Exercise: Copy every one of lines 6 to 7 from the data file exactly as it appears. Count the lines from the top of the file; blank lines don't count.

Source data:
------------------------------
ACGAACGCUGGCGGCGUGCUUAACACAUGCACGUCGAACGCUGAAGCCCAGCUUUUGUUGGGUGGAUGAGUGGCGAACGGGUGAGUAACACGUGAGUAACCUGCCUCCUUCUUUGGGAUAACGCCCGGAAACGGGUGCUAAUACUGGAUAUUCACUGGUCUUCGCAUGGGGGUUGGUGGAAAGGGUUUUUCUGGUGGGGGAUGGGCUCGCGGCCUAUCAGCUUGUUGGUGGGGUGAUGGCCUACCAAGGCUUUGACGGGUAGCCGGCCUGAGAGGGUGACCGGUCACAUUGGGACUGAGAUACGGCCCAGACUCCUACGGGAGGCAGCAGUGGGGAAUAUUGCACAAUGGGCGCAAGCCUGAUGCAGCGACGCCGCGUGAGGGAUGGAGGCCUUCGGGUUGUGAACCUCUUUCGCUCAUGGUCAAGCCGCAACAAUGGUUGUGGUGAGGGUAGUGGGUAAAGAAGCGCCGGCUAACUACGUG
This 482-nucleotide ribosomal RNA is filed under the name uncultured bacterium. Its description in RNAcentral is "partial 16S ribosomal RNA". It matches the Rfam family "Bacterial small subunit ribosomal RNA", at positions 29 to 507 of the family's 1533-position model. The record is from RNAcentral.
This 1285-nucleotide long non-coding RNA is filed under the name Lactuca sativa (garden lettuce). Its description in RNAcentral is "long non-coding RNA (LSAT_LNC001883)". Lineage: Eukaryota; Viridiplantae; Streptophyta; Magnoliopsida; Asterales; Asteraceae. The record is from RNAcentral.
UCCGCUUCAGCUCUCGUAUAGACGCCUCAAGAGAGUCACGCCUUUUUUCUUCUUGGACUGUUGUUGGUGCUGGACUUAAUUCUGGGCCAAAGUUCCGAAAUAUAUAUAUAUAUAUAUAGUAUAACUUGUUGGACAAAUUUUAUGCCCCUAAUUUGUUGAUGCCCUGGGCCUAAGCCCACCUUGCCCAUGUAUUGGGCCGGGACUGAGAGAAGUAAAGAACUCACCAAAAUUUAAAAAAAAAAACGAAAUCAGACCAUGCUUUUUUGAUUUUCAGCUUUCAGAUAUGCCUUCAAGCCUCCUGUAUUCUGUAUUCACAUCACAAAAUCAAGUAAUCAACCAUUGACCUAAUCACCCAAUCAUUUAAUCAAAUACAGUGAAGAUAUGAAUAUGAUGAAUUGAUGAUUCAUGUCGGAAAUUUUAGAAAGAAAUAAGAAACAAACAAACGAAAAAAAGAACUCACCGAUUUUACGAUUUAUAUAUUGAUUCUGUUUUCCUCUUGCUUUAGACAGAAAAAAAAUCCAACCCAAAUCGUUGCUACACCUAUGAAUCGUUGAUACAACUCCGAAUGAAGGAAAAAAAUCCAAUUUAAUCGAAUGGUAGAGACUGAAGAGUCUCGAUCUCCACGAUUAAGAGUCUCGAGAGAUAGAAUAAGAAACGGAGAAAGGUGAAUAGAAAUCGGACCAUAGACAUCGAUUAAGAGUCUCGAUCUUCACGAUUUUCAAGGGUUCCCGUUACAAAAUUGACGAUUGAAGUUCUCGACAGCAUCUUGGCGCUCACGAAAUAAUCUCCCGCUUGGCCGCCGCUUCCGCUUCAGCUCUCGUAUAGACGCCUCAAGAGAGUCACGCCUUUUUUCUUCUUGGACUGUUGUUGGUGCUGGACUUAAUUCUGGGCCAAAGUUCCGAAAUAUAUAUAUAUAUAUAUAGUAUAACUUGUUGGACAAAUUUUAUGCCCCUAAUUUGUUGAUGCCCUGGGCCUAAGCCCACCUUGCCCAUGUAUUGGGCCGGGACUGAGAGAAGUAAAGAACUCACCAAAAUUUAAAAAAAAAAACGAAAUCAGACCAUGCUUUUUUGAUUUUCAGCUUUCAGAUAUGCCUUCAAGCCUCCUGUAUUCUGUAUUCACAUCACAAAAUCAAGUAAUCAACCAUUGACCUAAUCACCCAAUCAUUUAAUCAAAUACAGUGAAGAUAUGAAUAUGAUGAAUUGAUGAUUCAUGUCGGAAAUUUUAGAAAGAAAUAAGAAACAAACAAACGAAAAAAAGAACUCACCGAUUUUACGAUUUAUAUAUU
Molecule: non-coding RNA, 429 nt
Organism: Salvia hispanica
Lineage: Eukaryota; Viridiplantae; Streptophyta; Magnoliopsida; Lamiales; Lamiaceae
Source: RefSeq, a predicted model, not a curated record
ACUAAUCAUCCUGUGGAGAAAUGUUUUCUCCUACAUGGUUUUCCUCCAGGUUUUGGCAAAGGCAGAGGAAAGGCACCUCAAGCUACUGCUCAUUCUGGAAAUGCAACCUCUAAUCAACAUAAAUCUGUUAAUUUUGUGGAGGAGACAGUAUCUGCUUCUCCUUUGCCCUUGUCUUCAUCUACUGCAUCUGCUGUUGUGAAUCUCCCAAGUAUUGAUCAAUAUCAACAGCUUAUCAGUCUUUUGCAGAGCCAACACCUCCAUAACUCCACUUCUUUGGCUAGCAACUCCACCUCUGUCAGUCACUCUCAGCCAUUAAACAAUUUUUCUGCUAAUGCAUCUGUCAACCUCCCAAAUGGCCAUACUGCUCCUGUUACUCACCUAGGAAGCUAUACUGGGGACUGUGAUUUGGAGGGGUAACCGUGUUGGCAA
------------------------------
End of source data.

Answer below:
Organism: Salvia hispanica
Lineage: Eukaryota; Viridiplantae; Streptophyta; Magnoliopsida; Lamiales; Lamiaceae